RACHAEL CLEGG: I barged straight in and made things a bit damp

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I don’t have a particularly embarrassing body.

I’d never qualify for a role in Channel 4’s Embarrassing Bodies. Thank goodness. I don’t have herpes or in growing hairs. Not when I last checked, anyway.

But that’s fine with me. I’m happy to forgo nationwide fame if it means I’m free of genital warts.

But while Embarrassing Bodies boldly ticks the ‘public interest’ box in addressing Britain’s infections it does, rather sadly, overlook another embarrassing phenomenon: Embarrassing Personalities.

This, I argue, is potentially more of a burden on the tax payer and the nation’s well being.

Embarrassing Personalities is a hit series in the waiting.

It would also be a series for which I would be well over-qualified.

And not just me, it seems. One distressed woman in America was so desperate about being embarrassed - or embarrassing - that she even wrote to Fox News. Angela, as she called herself, wrote into the news channel about her embarrassment at meeting her boyfriend’s family for the first time because her other half had – apparently – shared some rather personal information with them about her.

But why on earth was she worried about that? Isn’t it a given that your in-laws know all manner of embarrassing information about you? That’s what boyfriends do.

Angela’s embarrassment is nowt compared to what I’ve been through.

She’d never get on Embarrassing Personalities.

Try flooding your boyfriend’s dad’s brand new, hand-built canal boat. When meeting him for the first time.

That’s what I did.

In a truly Oscar-winning act of embarrassing behaviour, I single-handedly ruined my boyfriend’s dad’s barge and turned what should have been a fun holiday into three days of dank, damp, sodden hell.

I knew the barge was doomed the minute I stepped on it.

“Ooohh,” I asked, in a half-arsed Rochdale accent. “It’s not damp, is it?”.

That comment would come back to haunt me. Industrially.

(The thing is; I’d never been on a canal boat before. I always imagined them to be, well, a bit damp.

And being from Rochdale, which is pretty damp, that’s all we do: comment on the relative dampness of our surroundings. It’s like a regional greeting when you enter an unfamiliar building - you either say: “Bet this keeps the heat in” if it’s nice and dry, or: “Eeee.. a bit damp.”)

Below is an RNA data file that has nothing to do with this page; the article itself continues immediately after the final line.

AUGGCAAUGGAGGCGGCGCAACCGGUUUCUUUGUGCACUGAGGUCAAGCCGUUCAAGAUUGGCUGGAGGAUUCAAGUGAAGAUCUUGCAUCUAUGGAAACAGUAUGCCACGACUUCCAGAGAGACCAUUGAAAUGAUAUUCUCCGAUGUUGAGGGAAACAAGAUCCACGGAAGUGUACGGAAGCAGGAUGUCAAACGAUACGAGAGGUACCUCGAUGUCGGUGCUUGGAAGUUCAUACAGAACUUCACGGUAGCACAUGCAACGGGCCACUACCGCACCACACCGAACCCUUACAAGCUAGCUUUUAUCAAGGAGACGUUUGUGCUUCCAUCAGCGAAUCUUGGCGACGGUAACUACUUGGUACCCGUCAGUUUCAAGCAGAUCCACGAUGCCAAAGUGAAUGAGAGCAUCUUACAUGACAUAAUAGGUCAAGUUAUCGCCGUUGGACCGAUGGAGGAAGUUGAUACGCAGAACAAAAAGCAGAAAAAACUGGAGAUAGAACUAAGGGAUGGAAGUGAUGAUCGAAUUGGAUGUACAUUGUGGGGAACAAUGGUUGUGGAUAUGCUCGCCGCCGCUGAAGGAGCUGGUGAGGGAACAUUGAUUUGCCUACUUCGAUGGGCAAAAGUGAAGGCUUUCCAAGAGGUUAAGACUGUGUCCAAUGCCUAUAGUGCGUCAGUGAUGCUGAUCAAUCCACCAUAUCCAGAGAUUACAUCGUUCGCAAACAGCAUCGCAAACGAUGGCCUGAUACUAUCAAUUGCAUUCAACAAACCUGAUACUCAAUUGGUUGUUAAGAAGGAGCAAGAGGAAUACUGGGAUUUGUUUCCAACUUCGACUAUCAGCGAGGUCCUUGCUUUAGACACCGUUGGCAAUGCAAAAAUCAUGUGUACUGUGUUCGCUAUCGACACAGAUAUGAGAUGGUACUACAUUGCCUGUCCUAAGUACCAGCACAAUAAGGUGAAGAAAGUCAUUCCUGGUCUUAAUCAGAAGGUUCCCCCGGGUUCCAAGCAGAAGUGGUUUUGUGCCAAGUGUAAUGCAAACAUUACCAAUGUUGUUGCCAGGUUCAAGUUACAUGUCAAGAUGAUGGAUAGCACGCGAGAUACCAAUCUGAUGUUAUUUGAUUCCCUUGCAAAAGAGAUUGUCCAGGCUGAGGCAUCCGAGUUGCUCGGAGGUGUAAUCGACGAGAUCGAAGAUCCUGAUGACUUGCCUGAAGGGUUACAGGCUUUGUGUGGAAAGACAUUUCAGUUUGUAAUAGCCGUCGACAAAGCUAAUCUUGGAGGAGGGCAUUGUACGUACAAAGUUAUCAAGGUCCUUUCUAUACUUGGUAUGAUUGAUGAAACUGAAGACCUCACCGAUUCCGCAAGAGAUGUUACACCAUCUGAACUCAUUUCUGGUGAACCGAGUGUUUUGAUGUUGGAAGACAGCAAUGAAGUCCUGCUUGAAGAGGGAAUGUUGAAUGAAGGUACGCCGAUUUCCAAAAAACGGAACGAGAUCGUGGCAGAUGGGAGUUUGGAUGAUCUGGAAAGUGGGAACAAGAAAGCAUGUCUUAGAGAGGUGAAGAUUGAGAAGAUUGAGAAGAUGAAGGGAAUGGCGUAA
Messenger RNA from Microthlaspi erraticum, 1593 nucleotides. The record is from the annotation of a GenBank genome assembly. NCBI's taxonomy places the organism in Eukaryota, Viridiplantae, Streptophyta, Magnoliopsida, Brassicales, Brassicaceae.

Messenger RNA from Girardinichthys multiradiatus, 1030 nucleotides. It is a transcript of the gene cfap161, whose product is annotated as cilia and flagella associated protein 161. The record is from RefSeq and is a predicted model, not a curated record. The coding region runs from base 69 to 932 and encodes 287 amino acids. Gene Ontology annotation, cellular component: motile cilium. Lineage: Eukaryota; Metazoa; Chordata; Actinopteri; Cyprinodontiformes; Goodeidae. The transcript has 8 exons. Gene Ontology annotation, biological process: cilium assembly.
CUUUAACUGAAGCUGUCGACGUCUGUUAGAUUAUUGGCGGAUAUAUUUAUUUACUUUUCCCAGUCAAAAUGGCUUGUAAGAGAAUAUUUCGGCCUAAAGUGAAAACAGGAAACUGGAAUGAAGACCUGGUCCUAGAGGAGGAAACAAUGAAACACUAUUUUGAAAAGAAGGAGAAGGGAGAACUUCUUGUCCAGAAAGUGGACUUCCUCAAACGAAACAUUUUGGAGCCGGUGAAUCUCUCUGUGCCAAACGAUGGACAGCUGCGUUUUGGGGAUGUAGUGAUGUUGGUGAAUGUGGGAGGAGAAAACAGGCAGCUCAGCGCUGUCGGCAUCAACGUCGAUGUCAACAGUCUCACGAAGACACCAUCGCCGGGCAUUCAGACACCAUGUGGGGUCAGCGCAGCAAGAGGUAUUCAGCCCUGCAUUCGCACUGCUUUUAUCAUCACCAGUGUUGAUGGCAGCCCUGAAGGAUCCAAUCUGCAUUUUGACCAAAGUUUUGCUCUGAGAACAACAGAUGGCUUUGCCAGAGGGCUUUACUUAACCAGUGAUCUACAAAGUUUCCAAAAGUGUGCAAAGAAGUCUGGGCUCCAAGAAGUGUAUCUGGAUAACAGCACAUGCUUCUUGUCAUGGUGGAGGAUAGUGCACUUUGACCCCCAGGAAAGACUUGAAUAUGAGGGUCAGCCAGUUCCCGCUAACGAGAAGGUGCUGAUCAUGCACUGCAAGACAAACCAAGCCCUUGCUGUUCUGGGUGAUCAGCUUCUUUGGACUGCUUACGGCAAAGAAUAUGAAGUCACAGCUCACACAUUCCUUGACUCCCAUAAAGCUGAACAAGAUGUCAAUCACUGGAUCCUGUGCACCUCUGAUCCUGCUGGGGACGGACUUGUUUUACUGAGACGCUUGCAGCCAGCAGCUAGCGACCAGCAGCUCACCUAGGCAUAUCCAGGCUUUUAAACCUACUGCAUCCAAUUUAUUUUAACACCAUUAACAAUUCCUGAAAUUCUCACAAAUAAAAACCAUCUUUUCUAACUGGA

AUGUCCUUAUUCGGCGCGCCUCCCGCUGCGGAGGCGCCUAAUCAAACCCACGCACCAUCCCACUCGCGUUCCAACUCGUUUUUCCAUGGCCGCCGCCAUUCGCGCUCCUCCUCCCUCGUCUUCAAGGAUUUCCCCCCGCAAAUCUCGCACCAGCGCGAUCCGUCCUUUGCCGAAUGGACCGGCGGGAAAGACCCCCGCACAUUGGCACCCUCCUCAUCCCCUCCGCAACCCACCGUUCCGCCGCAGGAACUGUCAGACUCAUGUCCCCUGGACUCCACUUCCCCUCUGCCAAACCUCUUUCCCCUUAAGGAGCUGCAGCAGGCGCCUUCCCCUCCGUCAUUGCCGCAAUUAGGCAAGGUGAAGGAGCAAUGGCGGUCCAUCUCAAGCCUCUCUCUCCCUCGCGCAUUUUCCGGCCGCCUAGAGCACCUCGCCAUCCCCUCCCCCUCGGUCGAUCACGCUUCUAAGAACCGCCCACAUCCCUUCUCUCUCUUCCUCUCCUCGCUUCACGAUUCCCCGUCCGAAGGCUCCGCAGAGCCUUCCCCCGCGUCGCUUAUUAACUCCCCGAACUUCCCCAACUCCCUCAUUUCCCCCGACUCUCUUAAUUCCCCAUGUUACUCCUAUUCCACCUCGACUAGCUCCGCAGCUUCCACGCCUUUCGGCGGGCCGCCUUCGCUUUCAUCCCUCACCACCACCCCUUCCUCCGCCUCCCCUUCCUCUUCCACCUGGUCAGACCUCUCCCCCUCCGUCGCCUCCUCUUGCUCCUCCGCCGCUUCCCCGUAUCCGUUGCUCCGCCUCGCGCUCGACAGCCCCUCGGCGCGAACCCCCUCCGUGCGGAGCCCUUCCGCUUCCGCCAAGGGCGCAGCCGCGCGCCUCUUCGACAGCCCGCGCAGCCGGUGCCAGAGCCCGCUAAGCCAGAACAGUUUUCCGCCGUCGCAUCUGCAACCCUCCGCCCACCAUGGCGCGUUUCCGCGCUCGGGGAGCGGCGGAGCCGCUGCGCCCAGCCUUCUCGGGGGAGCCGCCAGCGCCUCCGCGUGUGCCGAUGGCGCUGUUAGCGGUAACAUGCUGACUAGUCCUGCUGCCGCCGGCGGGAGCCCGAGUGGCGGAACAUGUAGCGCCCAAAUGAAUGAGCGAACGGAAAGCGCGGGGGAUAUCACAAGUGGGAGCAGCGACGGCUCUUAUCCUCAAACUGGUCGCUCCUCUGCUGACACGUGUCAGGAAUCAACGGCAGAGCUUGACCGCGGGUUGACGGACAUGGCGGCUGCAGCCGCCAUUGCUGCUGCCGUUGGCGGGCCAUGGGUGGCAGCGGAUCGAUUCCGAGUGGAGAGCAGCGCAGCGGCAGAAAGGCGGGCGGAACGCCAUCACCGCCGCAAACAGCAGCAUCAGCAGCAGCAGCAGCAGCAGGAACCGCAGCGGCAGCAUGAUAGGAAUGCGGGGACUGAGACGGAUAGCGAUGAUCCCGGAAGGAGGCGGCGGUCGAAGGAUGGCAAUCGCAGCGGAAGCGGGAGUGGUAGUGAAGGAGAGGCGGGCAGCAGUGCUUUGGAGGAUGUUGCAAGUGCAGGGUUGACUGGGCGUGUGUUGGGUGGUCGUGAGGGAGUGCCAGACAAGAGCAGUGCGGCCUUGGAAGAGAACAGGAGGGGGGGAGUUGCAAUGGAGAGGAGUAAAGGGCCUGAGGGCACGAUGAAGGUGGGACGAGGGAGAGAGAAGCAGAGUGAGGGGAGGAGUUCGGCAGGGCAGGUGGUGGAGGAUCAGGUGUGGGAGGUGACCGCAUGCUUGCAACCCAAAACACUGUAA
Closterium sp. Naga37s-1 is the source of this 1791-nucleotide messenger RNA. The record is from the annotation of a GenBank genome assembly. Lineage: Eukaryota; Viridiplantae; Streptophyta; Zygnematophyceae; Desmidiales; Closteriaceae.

To make matters worse, my ex’s dad was super posh, an ex-Army officer from Down South with a plummy accent.

He built canal boats and this particular specimen was his pride and joy. The sudden insertion of a northern blonde who knew nothing about canal boats apart from their relative dampness did not go down well.

But there we were. On the boat. There was no turning back. We were to spend about three days travelling through the Peak District. It was supposed to be a pleasant way of getting to know the family.

“Robbie,” shouted his dad, as we moved through various locks. “See if Rachael wants to do the next one.”

I embraced this opportunity with all the strength I could muster but – having never seen a lock in operation before, let alone work one myself – I hadn’t the faintest bloody idea.

I wound the lock with all my power as quickly as I could until it was completely open. That’s what you do, isn’t it?

Suddenly, tons of water – and I mean TONS of the stuff – gushed out of the gate.

The boat was way down in the bottom bit.

“JESUS CHRIST,” shouted the ex-Army officer.

He ran to the front of the barge and opened the front door (even as the idiotic perpetrator of this disaster, it struck me that this a was stupid move on his part). The water burst into the barge’s interior - flooding it completely.

I was paralysed by embarrassment.

After the initial shock, his dad leapt into action, using every towel, bed sheet and garment he could find to soak up water, ringing them out on deck while glaring at me.

For the next three days we sat in silence, freezing to death as all the windows were opened to dry out the boat.

I haven’t been on a canal boat since then and, perhaps needless to say, that relationship didn’t last.

It was never destined to work anyway – he was vegetarian.